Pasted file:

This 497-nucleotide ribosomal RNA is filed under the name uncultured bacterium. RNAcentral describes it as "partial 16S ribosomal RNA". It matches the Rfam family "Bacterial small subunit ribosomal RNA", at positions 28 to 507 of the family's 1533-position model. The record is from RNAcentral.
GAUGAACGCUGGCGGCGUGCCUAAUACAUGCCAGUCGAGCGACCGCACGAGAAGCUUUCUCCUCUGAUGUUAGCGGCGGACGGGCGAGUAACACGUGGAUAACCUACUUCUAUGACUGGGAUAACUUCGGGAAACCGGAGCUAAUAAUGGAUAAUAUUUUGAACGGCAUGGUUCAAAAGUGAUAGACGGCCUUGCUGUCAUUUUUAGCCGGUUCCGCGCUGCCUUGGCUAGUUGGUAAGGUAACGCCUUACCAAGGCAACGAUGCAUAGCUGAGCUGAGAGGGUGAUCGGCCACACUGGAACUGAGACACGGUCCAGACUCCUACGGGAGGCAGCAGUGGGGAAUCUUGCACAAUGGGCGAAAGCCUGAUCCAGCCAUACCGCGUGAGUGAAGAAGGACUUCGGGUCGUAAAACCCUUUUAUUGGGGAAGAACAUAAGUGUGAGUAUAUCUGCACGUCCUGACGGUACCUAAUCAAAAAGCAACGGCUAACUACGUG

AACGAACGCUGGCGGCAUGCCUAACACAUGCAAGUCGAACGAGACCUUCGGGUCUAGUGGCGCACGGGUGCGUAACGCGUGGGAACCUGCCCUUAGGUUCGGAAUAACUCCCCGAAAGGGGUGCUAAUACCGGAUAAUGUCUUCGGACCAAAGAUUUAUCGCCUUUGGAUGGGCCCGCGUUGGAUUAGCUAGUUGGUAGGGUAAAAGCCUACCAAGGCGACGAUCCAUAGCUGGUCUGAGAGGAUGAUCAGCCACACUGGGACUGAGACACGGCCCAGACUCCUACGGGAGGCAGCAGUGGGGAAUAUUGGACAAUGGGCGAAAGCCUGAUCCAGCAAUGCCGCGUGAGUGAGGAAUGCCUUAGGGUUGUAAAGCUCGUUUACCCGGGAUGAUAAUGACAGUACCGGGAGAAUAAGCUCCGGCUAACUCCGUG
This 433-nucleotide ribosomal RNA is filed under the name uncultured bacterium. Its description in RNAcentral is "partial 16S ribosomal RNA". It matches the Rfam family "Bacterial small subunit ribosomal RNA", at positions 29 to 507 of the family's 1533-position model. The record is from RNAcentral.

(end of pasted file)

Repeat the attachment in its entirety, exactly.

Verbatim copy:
This 497-nucleotide ribosomal RNA is filed under the name uncultured bacterium. RNAcentral describes it as "partial 16S ribosomal RNA". It matches the Rfam family "Bacterial small subunit ribosomal RNA", at positions 28 to 507 of the family's 1533-position model. The record is from RNAcentral.
GAUGAACGCUGGCGGCGUGCCUAAUACAUGCCAGUCGAGCGACCGCACGAGAAGCUUUCUCCUCUGAUGUUAGCGGCGGACGGGCGAGUAACACGUGGAUAACCUACUUCUAUGACUGGGAUAACUUCGGGAAACCGGAGCUAAUAAUGGAUAAUAUUUUGAACGGCAUGGUUCAAAAGUGAUAGACGGCCUUGCUGUCAUUUUUAGCCGGUUCCGCGCUGCCUUGGCUAGUUGGUAAGGUAACGCCUUACCAAGGCAACGAUGCAUAGCUGAGCUGAGAGGGUGAUCGGCCACACUGGAACUGAGACACGGUCCAGACUCCUACGGGAGGCAGCAGUGGGGAAUCUUGCACAAUGGGCGAAAGCCUGAUCCAGCCAUACCGCGUGAGUGAAGAAGGACUUCGGGUCGUAAAACCCUUUUAUUGGGGAAGAACAUAAGUGUGAGUAUAUCUGCACGUCCUGACGGUACCUAAUCAAAAAGCAACGGCUAACUACGUG

AACGAACGCUGGCGGCAUGCCUAACACAUGCAAGUCGAACGAGACCUUCGGGUCUAGUGGCGCACGGGUGCGUAACGCGUGGGAACCUGCCCUUAGGUUCGGAAUAACUCCCCGAAAGGGGUGCUAAUACCGGAUAAUGUCUUCGGACCAAAGAUUUAUCGCCUUUGGAUGGGCCCGCGUUGGAUUAGCUAGUUGGUAGGGUAAAAGCCUACCAAGGCGACGAUCCAUAGCUGGUCUGAGAGGAUGAUCAGCCACACUGGGACUGAGACACGGCCCAGACUCCUACGGGAGGCAGCAGUGGGGAAUAUUGGACAAUGGGCGAAAGCCUGAUCCAGCAAUGCCGCGUGAGUGAGGAAUGCCUUAGGGUUGUAAAGCUCGUUUACCCGGGAUGAUAAUGACAGUACCGGGAGAAUAAGCUCCGGCUAACUCCGUG
This 433-nucleotide ribosomal RNA is filed under the name uncultured bacterium. Its description in RNAcentral is "partial 16S ribosomal RNA". It matches the Rfam family "Bacterial small subunit ribosomal RNA", at positions 29 to 507 of the family's 1533-position model. The record is from RNAcentral.